Surf Mavericks: Update 3

This weekend I took my Mavericks gun out for a paddle in the small waves on Bolinas, CA.

To give some back-story, about a year ago I decided I wanted to surf Mavericks and took the first step I normally take when facing new challenges; I bought a surfboard. I named her ‘Hail Mary Mother of Grace’ because some day when I take her down off the wall racks to surf, it will be accompanied by much prayer from my loved ones.

greg-and-hail-mary

This weekend wasn’t that occasion, but it was the first time in a year she left her perch in my living room. I wanted to get familiar with how she paddled, how hard it was to duck dive and how the rails held the face of a wave.

Paddling a gun is different than anything else I’ve ever been on. It sits high in the water like a longboard, but it is so narrow that it rocks easily, requiring a lot of core to keep it stable. The nose has a ton of rocker, meaning it sticks out of the water, but there isn’t much foam, making it easy to get too far forward while sitting. Finally, whenever I’m on a board with that much foam, I’m used to having at least 10″ of fin beneath me – Hail Mary has a thruster setup, so there wasn’t the hold I expected.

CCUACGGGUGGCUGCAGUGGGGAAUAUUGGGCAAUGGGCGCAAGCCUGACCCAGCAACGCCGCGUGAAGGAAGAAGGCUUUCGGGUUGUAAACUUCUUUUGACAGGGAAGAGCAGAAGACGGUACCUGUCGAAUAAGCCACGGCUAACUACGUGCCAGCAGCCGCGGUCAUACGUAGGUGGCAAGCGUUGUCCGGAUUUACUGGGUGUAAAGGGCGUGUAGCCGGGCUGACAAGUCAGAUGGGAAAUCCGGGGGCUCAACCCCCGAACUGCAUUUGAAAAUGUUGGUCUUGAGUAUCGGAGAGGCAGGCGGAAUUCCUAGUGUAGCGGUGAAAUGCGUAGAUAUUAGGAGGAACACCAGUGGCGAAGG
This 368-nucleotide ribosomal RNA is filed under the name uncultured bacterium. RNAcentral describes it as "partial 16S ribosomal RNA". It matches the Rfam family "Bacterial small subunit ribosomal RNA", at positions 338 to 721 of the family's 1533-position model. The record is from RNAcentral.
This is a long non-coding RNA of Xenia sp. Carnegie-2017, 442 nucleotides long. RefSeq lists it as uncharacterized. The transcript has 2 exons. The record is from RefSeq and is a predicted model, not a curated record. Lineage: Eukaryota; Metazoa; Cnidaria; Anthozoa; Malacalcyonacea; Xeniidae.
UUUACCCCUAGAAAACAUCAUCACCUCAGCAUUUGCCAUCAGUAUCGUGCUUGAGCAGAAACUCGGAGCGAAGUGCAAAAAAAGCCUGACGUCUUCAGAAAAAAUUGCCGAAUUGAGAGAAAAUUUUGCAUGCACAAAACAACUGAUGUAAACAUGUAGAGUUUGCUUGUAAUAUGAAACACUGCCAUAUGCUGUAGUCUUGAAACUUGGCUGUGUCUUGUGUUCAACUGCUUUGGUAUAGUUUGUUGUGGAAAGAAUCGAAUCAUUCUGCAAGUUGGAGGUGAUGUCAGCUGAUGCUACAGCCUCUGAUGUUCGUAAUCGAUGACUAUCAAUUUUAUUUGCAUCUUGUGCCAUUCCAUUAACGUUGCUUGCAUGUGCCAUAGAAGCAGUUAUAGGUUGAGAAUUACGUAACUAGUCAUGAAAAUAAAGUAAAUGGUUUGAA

It’s a good idea to be familiar with equipment before trying something new though, so I’m glad I had the chance to paddle a bit.

One last note on Hail Mary. The script below is written on the deck. I have no idea what it means, though. Anyone have an idea what it says, or even what language it is?

hail-mary-writing

Here is how I’m doing at holding my breath:

Mar-breath-holding

As I neared the 3 minute mark my vision started to go blurry so I started breathing again. Getting that next minute and a half will probably be a combination of being familiar with the feeling of being oxygen deprived along with additional lung capacity and decreased oxygen need.


Shoulder: Wrapping up PT, more strength training needed to keep stress off of the joint

Breath Holding: 2:52

Days to Go: 265

Times surfed on Hail Mary: 1

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